With 16 nations competing in Fed Cup action this week, the women of the WTA Tour will be looking ahead to the Open GDF SUEZ in Paris starting on Feb. 9 and the prestigious Barclays Dubai Tennis Championships on Feb. 15.
With these Premier-tier events carrying a higher purse and more ranking points than the coinciding International events in Thailand, Tennessee, and Colombia, expect fewer top 16 players to make the cut in the next edition of the power rankings.
Looking at what has transpired in the early weeks of 2010, it comes as no real surprise that the top eight women in the power rankings were the eight quarterfinalists at the Australian Open. With just five tournaments so far in the calendar year, the AO takes precedence both as the biggest tournament of the year as well as the most recent.
Here's a look at how the rankings have shaped up through January.
1) Serena Williams (WTA ranking 1)
Williams stands alone at the top of the power rankings, and there's every indication to think she could be here a while. She improved to 34-2 at the Australian Open since 2001 with her win over Justine Henin on Saturday, and she has not lost in a semifinal or final at Melbourne Park.
Victories over Victoria Azarenka, Na Li, and Henin were considerably harder than anything she faced in the first week of the tournament, and she showed a combination of determination, patience, and raw ability in each of her last three contests.
After a strong run to the final in Sydney two weeks ago, Williams has started 2010 well. She will be the stand out seed in Paris next Tuesday, with only Elena Dementieva really standing in her way of another romp. There are only three of the world's top 16 women taking part, so a rematch of the Sydney finals looks likely on the hard indoor court at the Open GDF SUEZ.
2) Justine Henin (No WTA ranking)
Because of the emphasis a Grand Slam has on the power rankings, Henin debuts back at No. 2. I'm not saying she will be there all year, but it's hard to argue with her impressive start to the year.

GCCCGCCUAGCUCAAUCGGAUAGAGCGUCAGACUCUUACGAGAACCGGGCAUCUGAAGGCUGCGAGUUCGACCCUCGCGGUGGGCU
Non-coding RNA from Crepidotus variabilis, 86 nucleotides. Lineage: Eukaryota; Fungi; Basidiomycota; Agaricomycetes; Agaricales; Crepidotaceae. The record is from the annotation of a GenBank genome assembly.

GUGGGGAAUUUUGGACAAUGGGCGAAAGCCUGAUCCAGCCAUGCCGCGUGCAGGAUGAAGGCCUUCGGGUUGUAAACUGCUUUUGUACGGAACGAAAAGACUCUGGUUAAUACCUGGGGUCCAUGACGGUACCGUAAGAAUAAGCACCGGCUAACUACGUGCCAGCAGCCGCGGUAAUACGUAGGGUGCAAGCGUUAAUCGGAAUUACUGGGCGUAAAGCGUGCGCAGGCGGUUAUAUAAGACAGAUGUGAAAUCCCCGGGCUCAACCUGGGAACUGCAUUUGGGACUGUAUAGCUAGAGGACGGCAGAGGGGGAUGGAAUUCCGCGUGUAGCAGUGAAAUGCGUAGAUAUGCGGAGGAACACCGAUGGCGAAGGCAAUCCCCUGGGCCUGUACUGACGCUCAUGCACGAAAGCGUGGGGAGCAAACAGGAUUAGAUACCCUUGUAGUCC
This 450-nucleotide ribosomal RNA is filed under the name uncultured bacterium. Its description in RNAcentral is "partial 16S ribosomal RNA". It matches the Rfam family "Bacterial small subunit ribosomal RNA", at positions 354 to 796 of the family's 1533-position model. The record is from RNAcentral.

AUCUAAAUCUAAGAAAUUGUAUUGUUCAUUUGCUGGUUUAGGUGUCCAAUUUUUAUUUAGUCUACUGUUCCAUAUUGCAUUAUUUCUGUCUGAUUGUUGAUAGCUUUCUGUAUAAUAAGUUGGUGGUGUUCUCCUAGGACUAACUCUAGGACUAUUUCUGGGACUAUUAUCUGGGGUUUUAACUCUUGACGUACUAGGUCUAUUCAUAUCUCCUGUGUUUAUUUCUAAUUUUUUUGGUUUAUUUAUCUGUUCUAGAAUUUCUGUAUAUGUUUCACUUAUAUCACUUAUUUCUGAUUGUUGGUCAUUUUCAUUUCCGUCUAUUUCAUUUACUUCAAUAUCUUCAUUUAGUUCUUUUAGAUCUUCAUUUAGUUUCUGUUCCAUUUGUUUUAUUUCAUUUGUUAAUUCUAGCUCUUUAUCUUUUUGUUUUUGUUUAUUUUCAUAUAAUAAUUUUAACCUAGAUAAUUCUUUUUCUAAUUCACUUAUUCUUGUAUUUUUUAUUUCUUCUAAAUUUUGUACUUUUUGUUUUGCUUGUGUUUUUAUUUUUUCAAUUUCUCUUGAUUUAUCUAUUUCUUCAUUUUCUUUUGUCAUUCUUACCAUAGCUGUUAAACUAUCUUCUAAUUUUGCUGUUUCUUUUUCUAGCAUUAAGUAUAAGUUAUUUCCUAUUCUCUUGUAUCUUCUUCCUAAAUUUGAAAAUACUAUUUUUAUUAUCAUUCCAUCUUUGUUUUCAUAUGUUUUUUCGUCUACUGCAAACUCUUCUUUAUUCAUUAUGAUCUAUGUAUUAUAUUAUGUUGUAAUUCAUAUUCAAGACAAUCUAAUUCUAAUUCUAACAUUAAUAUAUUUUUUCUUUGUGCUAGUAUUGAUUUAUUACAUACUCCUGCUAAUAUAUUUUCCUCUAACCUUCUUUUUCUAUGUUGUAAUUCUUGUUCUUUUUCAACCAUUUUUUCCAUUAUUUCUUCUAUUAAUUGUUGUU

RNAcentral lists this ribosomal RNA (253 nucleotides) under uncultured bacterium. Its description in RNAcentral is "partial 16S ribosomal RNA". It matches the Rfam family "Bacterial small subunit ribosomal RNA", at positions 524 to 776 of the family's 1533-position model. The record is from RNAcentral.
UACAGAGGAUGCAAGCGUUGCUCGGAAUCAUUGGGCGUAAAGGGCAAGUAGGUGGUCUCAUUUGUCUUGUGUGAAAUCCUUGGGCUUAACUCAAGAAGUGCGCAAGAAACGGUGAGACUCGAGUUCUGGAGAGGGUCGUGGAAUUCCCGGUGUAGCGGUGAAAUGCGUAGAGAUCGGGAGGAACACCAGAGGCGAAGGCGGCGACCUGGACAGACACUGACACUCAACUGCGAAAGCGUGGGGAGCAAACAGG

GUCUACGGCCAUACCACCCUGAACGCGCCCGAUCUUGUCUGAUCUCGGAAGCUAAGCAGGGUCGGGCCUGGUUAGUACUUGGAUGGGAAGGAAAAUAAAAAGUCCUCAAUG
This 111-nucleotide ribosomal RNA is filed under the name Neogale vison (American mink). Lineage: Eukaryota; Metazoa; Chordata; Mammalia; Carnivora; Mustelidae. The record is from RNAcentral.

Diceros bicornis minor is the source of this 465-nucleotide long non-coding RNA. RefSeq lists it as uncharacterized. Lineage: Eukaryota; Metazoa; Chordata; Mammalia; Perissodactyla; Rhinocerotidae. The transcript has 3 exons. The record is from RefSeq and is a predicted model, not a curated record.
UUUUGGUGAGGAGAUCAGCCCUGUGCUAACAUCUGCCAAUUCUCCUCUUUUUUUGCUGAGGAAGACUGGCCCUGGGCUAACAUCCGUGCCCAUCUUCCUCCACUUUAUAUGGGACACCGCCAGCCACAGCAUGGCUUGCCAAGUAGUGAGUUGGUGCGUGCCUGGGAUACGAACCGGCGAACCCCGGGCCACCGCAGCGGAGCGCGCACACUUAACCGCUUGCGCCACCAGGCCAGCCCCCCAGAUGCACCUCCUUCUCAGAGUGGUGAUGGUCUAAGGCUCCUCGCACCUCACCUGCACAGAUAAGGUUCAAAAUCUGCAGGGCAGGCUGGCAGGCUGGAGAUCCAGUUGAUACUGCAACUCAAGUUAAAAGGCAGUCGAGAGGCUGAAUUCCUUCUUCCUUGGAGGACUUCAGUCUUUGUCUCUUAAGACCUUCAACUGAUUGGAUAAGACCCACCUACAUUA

Two tournaments, two trophies, two finals defeats. She is already 8-2 against players in the top 32 this calendar year, and she looked in breathtaking form against Dementieva and Wickmayer in Melbourne and against Nadia Petrova and Ana Ivanovic in Sydney.
With back-to-back clay court tournaments coming up in South America in two weeks, Henin could keep rolling into March. Then she would only have to weather the storm for another month before the European clay court season kicks off in earnest in early April.
3) Jie Zheng (WTA ranking 20)
Zheng made it into her second Grand Slam semifinal with an inspired run in Melbourne last week. Unseeded Zheng (ranked No. 36) is looking to rediscover the kind of form that propelled her to No. 15 in the world just eight months ago, and a second consecutive trip into the fourth round at the Australian Open does nothing to hinder that progress.
While she was dominated by Justine Henin in Thursday’s semifinal, Zheng has enjoyed a positive start to 2010. She defeated three seeds at Melbourne Park (Maria Jose Martinez Sanchez, No. 24; Marion Bartoli, No. 11; and Alone Bondarenko, No. 31) and she served well throughout the tournament.
The 26-year-old also made it to the quarterfinals in Hobart three weeks ago, where she lost to eventual champion Alona Bondarenko 7-5, 7-5.